Fascinating insight into something I'll never experience from the other side.
I breastfed my two wee-ones until they were 12 months and 14 months, respectively. I got pregant while still breastfeeding, so I only had a few months between weaning the oldest and the arrival of the youngest. My nickname was "mild truck".
I did notice a few things: 1. one breast, I called "the firehose", all the milk came out quite fast - at least when I pumped, which was rare; 2. one breast, I called "slow food" which seemed to take forever to slowly drip out the milk.
Both of my boys preferred the "firehose" side and fussed when I put them on the "slow food" side. Thus, one of my breasts was like something out of a porn movie and one was quite small. Lopsided? indeed!
Now that everyone in the house is weaned, they've evened out a bit. Wouldn't have traded that time for a thing, but glad it's passed. The nightime feeds during the winter were the worst! But, handy, handy, handy! Never had to clean a bottle or clean up yucky formula spit-up! Three cheers for breasts!
Of absolutely no connection whatsoever to breasts [similar sized or otherwise] check out the blog by another 'downshifter', only in the south of england this time.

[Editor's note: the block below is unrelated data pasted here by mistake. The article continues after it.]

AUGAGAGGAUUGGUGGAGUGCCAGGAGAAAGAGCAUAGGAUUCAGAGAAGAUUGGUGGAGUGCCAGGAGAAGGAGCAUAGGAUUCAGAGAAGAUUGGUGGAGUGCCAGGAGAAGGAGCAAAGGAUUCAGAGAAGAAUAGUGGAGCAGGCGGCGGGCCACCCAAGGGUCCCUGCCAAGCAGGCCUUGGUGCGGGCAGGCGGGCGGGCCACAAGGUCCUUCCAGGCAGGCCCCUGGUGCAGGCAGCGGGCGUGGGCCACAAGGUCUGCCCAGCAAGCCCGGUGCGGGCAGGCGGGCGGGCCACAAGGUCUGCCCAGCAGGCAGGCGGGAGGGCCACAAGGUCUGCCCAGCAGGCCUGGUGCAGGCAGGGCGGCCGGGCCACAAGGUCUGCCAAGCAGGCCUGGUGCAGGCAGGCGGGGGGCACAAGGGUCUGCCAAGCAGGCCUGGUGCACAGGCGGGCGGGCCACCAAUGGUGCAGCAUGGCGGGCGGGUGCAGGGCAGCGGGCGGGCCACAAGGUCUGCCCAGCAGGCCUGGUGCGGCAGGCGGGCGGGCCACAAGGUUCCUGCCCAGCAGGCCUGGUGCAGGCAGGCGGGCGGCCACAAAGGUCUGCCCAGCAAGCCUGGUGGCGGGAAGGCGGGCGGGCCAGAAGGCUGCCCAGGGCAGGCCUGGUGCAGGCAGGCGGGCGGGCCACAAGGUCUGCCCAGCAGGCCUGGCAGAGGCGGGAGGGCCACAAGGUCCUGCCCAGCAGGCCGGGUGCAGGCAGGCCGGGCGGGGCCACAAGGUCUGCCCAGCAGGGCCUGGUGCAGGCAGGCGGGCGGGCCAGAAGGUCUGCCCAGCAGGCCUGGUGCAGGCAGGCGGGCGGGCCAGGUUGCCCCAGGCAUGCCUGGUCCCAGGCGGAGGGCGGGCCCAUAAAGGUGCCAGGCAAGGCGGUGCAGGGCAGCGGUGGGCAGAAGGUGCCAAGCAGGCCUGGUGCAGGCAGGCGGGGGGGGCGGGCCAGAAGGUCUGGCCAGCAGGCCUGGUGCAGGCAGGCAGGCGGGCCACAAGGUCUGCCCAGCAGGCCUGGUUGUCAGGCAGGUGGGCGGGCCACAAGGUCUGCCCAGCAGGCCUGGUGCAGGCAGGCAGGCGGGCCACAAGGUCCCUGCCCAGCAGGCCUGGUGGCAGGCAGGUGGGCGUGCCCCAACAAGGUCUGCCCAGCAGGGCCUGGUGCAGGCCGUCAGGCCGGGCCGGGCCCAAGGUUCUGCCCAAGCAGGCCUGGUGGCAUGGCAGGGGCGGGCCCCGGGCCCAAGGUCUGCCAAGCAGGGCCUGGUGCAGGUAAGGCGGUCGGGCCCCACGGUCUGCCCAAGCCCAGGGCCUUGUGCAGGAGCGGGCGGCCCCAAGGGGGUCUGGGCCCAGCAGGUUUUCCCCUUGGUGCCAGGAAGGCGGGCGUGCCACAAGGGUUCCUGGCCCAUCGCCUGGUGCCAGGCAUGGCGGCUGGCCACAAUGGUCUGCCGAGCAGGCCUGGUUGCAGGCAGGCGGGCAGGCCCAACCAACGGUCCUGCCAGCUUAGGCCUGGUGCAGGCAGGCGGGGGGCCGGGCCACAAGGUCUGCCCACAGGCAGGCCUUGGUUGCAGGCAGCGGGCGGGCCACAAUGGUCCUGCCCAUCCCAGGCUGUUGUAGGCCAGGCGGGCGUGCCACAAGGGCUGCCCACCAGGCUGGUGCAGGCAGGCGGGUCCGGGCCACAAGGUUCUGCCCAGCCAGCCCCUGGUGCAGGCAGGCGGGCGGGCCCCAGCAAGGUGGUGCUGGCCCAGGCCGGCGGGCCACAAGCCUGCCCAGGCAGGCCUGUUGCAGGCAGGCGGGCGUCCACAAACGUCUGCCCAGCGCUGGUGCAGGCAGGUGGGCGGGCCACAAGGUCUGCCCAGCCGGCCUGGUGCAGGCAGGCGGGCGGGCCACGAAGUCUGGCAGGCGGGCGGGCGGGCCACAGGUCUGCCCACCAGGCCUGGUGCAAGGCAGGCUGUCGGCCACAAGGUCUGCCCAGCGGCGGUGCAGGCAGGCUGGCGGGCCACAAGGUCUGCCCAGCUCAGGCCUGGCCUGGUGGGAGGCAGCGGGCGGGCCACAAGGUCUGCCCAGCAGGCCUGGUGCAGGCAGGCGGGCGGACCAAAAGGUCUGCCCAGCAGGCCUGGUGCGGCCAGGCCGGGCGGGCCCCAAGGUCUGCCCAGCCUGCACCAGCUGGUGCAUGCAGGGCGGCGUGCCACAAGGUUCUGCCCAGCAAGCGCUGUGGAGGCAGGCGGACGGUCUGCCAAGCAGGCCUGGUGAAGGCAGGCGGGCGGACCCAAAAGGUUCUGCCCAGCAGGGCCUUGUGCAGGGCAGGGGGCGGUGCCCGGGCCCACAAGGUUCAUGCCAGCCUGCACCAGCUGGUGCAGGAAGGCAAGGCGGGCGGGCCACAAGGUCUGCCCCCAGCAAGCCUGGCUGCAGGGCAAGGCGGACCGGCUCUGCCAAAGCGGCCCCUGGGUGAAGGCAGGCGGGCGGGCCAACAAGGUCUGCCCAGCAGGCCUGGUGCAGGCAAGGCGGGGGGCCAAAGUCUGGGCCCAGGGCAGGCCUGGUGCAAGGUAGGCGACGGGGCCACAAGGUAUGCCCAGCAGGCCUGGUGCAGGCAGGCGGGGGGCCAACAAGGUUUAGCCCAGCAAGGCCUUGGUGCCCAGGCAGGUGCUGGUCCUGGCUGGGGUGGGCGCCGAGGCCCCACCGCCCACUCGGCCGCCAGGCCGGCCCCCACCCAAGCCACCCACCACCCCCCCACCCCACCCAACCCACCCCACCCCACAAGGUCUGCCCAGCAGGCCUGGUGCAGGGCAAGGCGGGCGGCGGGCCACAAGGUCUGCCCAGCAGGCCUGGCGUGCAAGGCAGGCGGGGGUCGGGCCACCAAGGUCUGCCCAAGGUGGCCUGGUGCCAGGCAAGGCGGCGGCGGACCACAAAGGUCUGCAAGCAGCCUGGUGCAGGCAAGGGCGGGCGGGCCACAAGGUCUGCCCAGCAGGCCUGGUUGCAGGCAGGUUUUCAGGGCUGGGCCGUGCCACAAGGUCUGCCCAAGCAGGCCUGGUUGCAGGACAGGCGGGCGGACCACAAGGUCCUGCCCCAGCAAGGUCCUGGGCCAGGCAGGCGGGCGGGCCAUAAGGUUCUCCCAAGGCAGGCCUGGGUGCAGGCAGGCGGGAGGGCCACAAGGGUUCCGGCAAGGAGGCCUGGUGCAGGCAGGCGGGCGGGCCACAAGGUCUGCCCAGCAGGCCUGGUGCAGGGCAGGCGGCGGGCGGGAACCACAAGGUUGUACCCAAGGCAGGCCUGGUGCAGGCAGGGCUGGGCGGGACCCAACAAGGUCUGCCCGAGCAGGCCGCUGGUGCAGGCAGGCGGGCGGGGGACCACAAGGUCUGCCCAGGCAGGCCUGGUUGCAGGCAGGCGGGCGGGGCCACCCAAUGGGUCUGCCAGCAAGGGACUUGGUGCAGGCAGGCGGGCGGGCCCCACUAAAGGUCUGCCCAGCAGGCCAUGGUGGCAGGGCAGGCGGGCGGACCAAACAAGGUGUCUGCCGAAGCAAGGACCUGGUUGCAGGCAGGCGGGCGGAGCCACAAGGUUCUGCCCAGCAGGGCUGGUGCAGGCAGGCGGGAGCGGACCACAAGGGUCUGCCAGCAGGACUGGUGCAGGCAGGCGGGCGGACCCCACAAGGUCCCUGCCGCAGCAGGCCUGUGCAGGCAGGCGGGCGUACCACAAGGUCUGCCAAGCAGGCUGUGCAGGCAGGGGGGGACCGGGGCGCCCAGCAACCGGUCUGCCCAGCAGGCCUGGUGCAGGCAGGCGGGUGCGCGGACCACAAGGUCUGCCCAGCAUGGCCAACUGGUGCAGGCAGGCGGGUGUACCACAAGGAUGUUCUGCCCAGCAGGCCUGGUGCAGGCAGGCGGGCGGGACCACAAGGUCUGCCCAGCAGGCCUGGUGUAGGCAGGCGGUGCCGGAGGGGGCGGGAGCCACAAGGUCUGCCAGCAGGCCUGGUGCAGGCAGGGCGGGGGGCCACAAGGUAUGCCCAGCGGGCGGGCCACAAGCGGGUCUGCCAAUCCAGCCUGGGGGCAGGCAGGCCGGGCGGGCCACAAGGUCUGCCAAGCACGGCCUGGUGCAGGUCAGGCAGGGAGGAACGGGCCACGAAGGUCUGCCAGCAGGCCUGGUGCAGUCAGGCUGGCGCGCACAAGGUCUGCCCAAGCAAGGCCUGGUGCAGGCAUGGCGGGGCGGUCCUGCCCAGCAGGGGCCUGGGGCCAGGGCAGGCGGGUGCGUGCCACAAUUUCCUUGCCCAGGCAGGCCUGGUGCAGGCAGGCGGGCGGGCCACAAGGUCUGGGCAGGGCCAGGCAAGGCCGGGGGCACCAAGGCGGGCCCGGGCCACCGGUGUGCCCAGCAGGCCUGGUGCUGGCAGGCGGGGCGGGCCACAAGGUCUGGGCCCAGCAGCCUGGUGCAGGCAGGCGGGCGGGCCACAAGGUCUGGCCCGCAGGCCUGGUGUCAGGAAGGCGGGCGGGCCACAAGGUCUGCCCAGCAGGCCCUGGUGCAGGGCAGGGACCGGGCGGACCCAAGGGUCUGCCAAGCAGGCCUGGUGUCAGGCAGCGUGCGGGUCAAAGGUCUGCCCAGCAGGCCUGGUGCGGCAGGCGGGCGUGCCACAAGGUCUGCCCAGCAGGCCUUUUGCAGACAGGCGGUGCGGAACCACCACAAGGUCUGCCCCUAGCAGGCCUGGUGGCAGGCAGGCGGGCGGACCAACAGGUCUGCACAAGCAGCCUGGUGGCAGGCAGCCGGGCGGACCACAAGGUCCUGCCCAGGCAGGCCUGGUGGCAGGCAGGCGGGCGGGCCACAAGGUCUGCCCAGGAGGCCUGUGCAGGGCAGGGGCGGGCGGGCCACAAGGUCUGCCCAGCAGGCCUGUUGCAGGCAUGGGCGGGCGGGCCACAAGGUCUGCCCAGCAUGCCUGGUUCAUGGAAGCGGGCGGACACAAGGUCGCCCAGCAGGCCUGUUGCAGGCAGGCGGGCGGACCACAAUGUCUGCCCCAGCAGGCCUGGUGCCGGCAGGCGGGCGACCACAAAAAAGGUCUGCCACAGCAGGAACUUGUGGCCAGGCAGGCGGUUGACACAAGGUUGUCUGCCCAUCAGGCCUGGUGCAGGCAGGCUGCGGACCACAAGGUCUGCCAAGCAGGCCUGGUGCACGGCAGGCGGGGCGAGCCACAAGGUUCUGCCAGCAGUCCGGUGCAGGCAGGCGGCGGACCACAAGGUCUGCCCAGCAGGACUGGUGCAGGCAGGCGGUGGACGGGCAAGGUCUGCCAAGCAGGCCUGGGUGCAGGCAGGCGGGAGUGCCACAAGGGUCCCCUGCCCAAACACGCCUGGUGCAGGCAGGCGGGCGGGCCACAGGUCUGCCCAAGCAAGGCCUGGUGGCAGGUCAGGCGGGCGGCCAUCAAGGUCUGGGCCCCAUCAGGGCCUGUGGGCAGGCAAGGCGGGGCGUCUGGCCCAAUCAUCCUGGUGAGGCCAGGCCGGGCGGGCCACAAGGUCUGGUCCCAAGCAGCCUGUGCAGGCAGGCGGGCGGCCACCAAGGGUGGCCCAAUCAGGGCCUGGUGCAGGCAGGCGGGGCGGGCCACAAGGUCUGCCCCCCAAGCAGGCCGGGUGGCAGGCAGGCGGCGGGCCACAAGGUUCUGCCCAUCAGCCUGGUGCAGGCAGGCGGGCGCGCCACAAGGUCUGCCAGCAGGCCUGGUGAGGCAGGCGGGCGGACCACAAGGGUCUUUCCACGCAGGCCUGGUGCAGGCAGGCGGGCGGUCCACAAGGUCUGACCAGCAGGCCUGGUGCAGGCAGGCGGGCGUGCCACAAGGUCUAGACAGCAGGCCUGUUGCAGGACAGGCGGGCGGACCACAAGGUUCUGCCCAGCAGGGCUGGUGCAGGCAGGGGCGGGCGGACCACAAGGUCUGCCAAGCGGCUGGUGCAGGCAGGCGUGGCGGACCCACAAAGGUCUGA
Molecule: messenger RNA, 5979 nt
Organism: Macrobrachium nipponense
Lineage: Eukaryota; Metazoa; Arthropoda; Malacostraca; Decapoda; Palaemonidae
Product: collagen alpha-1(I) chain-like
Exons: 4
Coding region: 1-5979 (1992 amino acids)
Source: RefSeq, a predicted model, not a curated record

Sounds like he has his hands full as well..
what an interesting posting this one...i nursed my baby for 3 months, then i had to make a choice of either resuming my sexlife (i cant get in the mood without some boobplay) or to continue breastfeeding the little giy. i selfishly chose the former and started formula on my baby.
we all make choices and no one should make us feel bad for it.
Still lopsided 20 years later here, I'd always understood it's often the left one because babies settle better next to your heart beat but the left- right handed thing makes sense too.I seem to remember helping to wallpaper a staircase and feed a baby at the same time.
Only around 2% of women have breasts which are equal size. I'm 23 and have never breastfed and mine are uneven too!
C'est la vié, isn't life strange sometimes?
I love your blog too. I'm adding this to my daily feeds.